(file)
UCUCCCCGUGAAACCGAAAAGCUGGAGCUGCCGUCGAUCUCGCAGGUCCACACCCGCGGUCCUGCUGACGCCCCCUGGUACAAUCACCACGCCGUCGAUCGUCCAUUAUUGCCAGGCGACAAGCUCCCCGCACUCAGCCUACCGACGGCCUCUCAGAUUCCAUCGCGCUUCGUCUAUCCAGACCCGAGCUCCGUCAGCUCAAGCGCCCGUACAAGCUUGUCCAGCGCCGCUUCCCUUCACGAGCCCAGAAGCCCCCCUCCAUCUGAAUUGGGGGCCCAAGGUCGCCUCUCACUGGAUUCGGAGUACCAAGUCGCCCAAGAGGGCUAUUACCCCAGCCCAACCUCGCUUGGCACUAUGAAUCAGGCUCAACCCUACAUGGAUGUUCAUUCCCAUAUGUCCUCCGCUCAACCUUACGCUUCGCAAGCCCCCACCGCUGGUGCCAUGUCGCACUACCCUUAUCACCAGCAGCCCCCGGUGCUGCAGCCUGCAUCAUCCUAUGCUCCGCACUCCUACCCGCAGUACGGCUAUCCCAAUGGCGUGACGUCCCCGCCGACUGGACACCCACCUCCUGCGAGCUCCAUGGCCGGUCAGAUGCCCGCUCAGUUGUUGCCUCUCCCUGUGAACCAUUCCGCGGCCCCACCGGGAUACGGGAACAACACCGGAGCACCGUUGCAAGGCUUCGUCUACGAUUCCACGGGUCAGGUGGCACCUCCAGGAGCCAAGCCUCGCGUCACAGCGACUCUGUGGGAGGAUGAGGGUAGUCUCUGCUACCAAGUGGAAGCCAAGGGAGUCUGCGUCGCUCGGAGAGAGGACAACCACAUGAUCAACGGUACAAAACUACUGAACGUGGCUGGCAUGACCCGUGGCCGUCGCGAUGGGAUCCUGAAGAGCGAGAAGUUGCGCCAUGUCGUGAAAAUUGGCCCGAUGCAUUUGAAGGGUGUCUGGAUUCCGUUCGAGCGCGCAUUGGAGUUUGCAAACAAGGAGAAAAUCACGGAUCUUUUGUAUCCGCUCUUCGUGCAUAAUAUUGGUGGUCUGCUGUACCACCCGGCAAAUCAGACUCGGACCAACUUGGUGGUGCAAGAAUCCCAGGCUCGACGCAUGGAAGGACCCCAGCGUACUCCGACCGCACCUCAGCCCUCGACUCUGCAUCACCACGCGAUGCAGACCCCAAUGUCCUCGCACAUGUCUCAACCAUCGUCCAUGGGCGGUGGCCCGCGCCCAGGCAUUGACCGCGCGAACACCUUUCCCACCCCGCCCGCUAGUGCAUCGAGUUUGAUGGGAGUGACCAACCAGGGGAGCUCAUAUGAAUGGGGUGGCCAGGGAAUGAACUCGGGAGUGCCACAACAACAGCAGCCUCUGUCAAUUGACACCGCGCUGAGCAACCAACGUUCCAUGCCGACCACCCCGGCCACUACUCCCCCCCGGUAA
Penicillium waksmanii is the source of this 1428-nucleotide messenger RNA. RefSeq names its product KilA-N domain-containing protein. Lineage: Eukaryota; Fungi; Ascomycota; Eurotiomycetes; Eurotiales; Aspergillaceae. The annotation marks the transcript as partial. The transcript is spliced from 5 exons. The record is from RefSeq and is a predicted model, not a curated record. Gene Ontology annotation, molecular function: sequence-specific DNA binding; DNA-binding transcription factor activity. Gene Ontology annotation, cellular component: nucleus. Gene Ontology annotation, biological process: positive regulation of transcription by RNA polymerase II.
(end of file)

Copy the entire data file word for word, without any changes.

UCUCCCCGUGAAACCGAAAAGCUGGAGCUGCCGUCGAUCUCGCAGGUCCACACCCGCGGUCCUGCUGACGCCCCCUGGUACAAUCACCACGCCGUCGAUCGUCCAUUAUUGCCAGGCGACAAGCUCCCCGCACUCAGCCUACCGACGGCCUCUCAGAUUCCAUCGCGCUUCGUCUAUCCAGACCCGAGCUCCGUCAGCUCAAGCGCCCGUACAAGCUUGUCCAGCGCCGCUUCCCUUCACGAGCCCAGAAGCCCCCCUCCAUCUGAAUUGGGGGCCCAAGGUCGCCUCUCACUGGAUUCGGAGUACCAAGUCGCCCAAGAGGGCUAUUACCCCAGCCCAACCUCGCUUGGCACUAUGAAUCAGGCUCAACCCUACAUGGAUGUUCAUUCCCAUAUGUCCUCCGCUCAACCUUACGCUUCGCAAGCCCCCACCGCUGGUGCCAUGUCGCACUACCCUUAUCACCAGCAGCCCCCGGUGCUGCAGCCUGCAUCAUCCUAUGCUCCGCACUCCUACCCGCAGUACGGCUAUCCCAAUGGCGUGACGUCCCCGCCGACUGGACACCCACCUCCUGCGAGCUCCAUGGCCGGUCAGAUGCCCGCUCAGUUGUUGCCUCUCCCUGUGAACCAUUCCGCGGCCCCACCGGGAUACGGGAACAACACCGGAGCACCGUUGCAAGGCUUCGUCUACGAUUCCACGGGUCAGGUGGCACCUCCAGGAGCCAAGCCUCGCGUCACAGCGACUCUGUGGGAGGAUGAGGGUAGUCUCUGCUACCAAGUGGAAGCCAAGGGAGUCUGCGUCGCUCGGAGAGAGGACAACCACAUGAUCAACGGUACAAAACUACUGAACGUGGCUGGCAUGACCCGUGGCCGUCGCGAUGGGAUCCUGAAGAGCGAGAAGUUGCGCCAUGUCGUGAAAAUUGGCCCGAUGCAUUUGAAGGGUGUCUGGAUUCCGUUCGAGCGCGCAUUGGAGUUUGCAAACAAGGAGAAAAUCACGGAUCUUUUGUAUCCGCUCUUCGUGCAUAAUAUUGGUGGUCUGCUGUACCACCCGGCAAAUCAGACUCGGACCAACUUGGUGGUGCAAGAAUCCCAGGCUCGACGCAUGGAAGGACCCCAGCGUACUCCGACCGCACCUCAGCCCUCGACUCUGCAUCACCACGCGAUGCAGACCCCAAUGUCCUCGCACAUGUCUCAACCAUCGUCCAUGGGCGGUGGCCCGCGCCCAGGCAUUGACCGCGCGAACACCUUUCCCACCCCGCCCGCUAGUGCAUCGAGUUUGAUGGGAGUGACCAACCAGGGGAGCUCAUAUGAAUGGGGUGGCCAGGGAAUGAACUCGGGAGUGCCACAACAACAGCAGCCUCUGUCAAUUGACACCGCGCUGAGCAACCAACGUUCCAUGCCGACCACCCCGGCCACUACUCCCCCCCGGUAA
Penicillium waksmanii is the source of this 1428-nucleotide messenger RNA. RefSeq names its product KilA-N domain-containing protein. Lineage: Eukaryota; Fungi; Ascomycota; Eurotiomycetes; Eurotiales; Aspergillaceae. The annotation marks the transcript as partial. The transcript is spliced from 5 exons. The record is from RefSeq and is a predicted model, not a curated record. Gene Ontology annotation, molecular function: sequence-specific DNA binding; DNA-binding transcription factor activity. Gene Ontology annotation, cellular component: nucleus. Gene Ontology annotation, biological process: positive regulation of transcription by RNA polymerase II.